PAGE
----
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There are a great many training plans available from all sorts of sources so we will not add to that list by producing our own here. Below you will find our top training tips plus links to various marathon training plans. We are sure that you will find one that suits you.

There are some great plans produced by Ironbridge Runner. Just follow the link and scroll to the bottom of their page.  Training Plans More links after the tips.




  1. Increase mileage gradually

This applies to your total weekly mileage and the length of your long run.  An increase of about 10% is about right, if your weekly mileage was 25 miles then increase to 27 or 28 miles. If the long run was 12 miles then increase to 13. Too big  an increase can lead to injury or ill health.


  1. Get the long runs in  

If you are reasonably fit you can run a half-marathon with very little run specific training.  If you try this with the marathon distance you will get caught out big time.  You have to get accustomed to running for a long time. It is Ďtime on your feetí that counts so do these runs at a slow pace. There is broad agreement that you should try and do at least one long run that is two thirds of the race distance i.e. 18 miles, but some people say that 15 is sufficient.


  1. Include rest days into your training plan 

Training hard every day will lead to injury and poor performance due to overtraining.  Include one or two rest days in your weekly plan. These need not be idle days, they can be used for cross-training such as cycling or swimming or gym work. Every fourth week have a lower mileage week to give your body time to recover.


  1. Vary the surface you run on 

Pounding all your mileage out on hard surfaces such as concrete and tarmac may well lead to injuries. Try to get off-road for some of the time. Running over rough ground helps strengthen ankles and builds core stability. Early on in training be careful on rough ground to avoid twisting an ankle or picking up other injuries. Once you are used to it, running off road is a great way to build strength and endurance. Many of the top marathon runners spend a lot of the winter running in cross-country events.


  1. Donít neglect speed work 

Lots of long slow runs could turn you into a long slow runner. Fitting in some speed sessions will help to prevent your speed declining too much. Track work, intervals and hill reps are all good sessions for building and maintaining speed, just donít do them all in one week. One session a week and one tempo run will be sufficient.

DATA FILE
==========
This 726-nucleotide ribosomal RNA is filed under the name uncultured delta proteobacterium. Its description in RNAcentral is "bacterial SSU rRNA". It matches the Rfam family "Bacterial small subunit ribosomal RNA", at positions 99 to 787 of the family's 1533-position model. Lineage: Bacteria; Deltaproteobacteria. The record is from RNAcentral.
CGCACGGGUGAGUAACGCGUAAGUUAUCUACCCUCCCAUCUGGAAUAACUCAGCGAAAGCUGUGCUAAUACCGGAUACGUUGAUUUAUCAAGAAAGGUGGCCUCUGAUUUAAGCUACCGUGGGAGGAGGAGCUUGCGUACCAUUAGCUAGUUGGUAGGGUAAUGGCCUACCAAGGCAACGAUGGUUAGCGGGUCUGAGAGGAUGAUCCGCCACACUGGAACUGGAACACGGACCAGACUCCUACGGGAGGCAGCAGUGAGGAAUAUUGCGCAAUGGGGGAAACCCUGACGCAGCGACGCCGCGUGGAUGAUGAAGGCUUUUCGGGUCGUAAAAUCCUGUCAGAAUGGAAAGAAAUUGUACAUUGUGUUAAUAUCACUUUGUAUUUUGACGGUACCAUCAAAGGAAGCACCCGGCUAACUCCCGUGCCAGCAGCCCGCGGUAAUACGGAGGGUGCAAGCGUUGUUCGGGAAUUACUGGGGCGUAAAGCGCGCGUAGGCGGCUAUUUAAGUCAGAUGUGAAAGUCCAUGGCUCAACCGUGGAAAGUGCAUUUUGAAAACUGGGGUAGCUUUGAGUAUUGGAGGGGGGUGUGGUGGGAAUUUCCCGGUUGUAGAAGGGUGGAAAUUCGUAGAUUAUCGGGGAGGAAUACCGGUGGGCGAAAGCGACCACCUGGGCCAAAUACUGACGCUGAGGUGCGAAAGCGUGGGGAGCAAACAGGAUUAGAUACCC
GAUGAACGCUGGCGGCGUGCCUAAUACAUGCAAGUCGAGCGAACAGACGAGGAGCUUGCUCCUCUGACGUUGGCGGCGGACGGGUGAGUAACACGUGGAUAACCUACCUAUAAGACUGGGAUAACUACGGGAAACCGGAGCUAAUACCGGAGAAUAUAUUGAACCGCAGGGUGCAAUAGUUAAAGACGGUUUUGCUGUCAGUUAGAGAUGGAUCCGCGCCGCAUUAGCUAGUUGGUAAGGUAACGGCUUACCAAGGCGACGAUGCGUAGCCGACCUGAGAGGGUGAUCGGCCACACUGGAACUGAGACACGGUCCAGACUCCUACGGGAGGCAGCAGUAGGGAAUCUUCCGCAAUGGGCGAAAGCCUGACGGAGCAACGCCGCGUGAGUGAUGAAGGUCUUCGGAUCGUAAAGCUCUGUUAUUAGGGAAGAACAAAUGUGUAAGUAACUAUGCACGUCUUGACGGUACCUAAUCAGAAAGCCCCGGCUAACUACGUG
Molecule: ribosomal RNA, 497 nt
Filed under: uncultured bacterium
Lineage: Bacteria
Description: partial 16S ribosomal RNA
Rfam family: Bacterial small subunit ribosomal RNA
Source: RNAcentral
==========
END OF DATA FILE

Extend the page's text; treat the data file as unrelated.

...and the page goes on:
1. Eat well 

The extra training miles will mean that you need more fuel and when you are training you will be producing lots of free radicals that need mopping up. Plenty of carbohydrates, fresh fruit and vegetables, of varying colours should keep you fit and healthy.


  1. Keep well hydrated 

On your long runs you will need to drink during the run. Also make sure that you are drinking plenty of water during the day so that you start hydrated and replace the fluid lost during training.


  1. Be flexible 

If your circumstances change and fitting the training in is too difficult or the plan you are following is just too hard for you, adjust your goals. If following a 3hr 30 min marathon plan is leaving you constantly tired and picking up injuries then adjust your goal to 4 hours and change training plans. This is not an excuse to wimp out when things get tough and the weather is bad, but being sensible when things are not going well.


  1. Avoid serious injury 

If you are unlucky and pick up an injury, treat it straight away and rest. If it does not get any better in a reasonable time seek specialist advice. It is far better to miss a few training sessions or even a few weeks than to struggle on, make things worse and miss the marathon.


  1.  Taper  

Two or even three weeks before the race ease off on the training. It is not the time to suddenly realise that you have not done enough training and try and cram it into the last few weeks. There is not a lot you can do now to improve your performance on race day but there is a great deal you can do to ruin it. Cut down on the mileage but keep up the intensity of the runs and get plenty of rest to increase your chance of a great performance on race day.


Links to training plans

The Running Bug have a variety of training plans from a beginners plan to more advanced one. 

Several plans, invluding sub 3 hour, are available from the running shop, Runnersworld, which is entirely separate from the magazine, Runner's World.


 Advice and plans from a UK website, Runnersweb, which is entirely separate from the American site with a similar name.


The magazine Runnersí World has a great website with lots of information that is free to access plus some that is only available to subscribers.

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